Music: Voices Shortcuts

By Yoshi Salaverry

M. Ward

Transfiguration of Vincent

Merge Records

There’s a burning question on your mind. That question is “Do I need another pastoral folk/earthy blues album?” This question, of course, presupposes that you already own some pastoral folk/earthy blues and probably like it, too. Assuming that you’re a constituent of this group, then, I suggest that you purchase/illegally acquire this album by M. Ward, whose knack for writing simple, melancholy tunes is truly uncanny.

On this slow, sad album, Ward uses muted violin samples, cricket chirps, and bird warbles, as well as more conventional instrumentation and his own lovely voice to craft beautiful songs that sneak up on you, immersing you before you realize it. Absurd lyrics like “killer whale, please/what do you do when your true love leaves” are so earnestly delivered as to sound not insufferable, but actually moving.

The willfully lo-fi beginning of “Poor Boy, Minor Key” is an excellent entrée into a dirty guitar riff that captures the traditional bluesy theme of being down-and-out at perfect pitch. Elsewhere, the unadorned beauty of “Involuntary” and “Dead Man,” the marked absence of effect pedals/Protools wankery allow them to hit with full emotional force.

Transfiguration of Vincent is quiet and subtle enough to be the sort of album that escapes critical attention, but it would be truly unfortunate if anybody who appreciates gentle, lush, nostalgic music like this missed it.

–Yoshi Salaverry


The Kingdom of Heaven Must Be Taken by Storm!

Tiger Style Records

“This has potential” is often music journalist speak for “this sucks (but I can’t afford to piss off the publicist at MCA).” When it isn’t, critics commonly elude the question of what the band at hand could actually do to improve their formula. Here’s the part where I stop writing in generalities: Entrance (noun or verb? really makes you think) has a lot of potential, but has yet to release a great album and I can state some definitive points of advice.

Mr Blakeslee, take my (self-important college kid) advice to heart:

1. That instrumental track, “The Night was Dark,” was nice. I liked that dissonance, the sense of ludic imbalance.

2. The piano on track four is a bit too slick to accompany your shrill moan for the rest of the song, don’t you think?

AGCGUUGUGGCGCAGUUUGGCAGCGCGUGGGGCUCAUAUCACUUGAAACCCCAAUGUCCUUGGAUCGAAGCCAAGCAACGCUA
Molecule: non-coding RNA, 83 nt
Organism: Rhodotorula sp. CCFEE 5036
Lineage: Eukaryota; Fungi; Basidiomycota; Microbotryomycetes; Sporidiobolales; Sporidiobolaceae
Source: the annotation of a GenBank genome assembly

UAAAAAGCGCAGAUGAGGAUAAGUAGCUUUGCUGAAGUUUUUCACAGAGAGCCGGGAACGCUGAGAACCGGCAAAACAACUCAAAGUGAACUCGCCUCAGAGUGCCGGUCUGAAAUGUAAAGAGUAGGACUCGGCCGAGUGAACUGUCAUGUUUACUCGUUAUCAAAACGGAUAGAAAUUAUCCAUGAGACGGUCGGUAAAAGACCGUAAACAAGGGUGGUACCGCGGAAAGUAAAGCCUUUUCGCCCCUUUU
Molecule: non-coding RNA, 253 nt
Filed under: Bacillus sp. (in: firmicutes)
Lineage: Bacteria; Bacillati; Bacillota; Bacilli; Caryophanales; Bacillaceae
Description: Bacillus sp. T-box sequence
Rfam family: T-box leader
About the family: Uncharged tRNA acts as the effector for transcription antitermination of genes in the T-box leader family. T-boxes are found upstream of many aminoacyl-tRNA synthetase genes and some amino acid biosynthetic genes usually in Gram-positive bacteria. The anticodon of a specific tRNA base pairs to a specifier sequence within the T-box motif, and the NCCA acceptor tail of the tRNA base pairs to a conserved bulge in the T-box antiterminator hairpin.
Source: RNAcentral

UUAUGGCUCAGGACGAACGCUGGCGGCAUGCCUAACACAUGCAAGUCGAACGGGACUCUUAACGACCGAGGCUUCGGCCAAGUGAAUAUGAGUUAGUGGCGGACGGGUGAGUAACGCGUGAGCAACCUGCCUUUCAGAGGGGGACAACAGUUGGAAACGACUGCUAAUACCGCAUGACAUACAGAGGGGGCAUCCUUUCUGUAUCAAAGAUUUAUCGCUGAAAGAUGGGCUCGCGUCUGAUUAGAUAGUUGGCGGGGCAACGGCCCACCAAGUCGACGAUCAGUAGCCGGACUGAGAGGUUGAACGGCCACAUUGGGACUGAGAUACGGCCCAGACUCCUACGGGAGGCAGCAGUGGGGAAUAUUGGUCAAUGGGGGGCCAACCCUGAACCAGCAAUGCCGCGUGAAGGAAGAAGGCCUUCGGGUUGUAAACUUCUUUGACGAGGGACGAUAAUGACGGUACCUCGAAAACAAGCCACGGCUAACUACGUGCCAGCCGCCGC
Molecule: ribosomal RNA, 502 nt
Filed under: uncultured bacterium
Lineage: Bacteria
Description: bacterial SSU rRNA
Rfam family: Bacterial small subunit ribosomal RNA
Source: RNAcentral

3. Despite your aesthetic intentions, the album may be a bit too sloppy, like a big lanky man sprawled on a grimy sofa.

4. Your lyrics sound important and interesting…maybe you should make them more intelligible in the future.

5. Your covers of Bob Dylan and Skip James were, for the most part, great. Make sure in the future that your covers don’t surpass your own songs. Or else that puts your forebears squarely in the “genius” category and you in the non-genius category.

6. Although your vigorous strumming is exciting at first, more diverse instrumentation might ensure the listener’s ongoing attention better.

In closing, allow me to backpedal and say that Entrance may be going somewhere special with his music, but if so, The Kingdom is not the terminus.



The Avenues EP

Palm Songs

Stabs at immortality with the first track of an EP are usually misguided, and Earlimart’s attempt to blast “Color Bars” into the stratosphere with Metallica meets San Francisco Symphony-esque violins and bombastic guitar made me less than enthusiastic for the rest of The Avenues EP. Unfortunately I was to find upon listening to the subsequent tracks that Earlimart never lifted themselves from that self-dug rut.

The second track began promisingly, with distortion reminiscent of “Grandaddy,” but the dully-delivered lyrics and a boring denouement killed it.

“Interloper” plodded along, with sundry synth effects and quaint guitar strumming, but was so mediocre that it had me searching for the skip button of my Discman.

The brief untitled track, which integrated bird chirping and a stomping march-like rhythm into its brief duration, was by far the most interesting song, but much too slight to warrant praise for the EP overall.

I just want to tell these people to go back to their day jobs.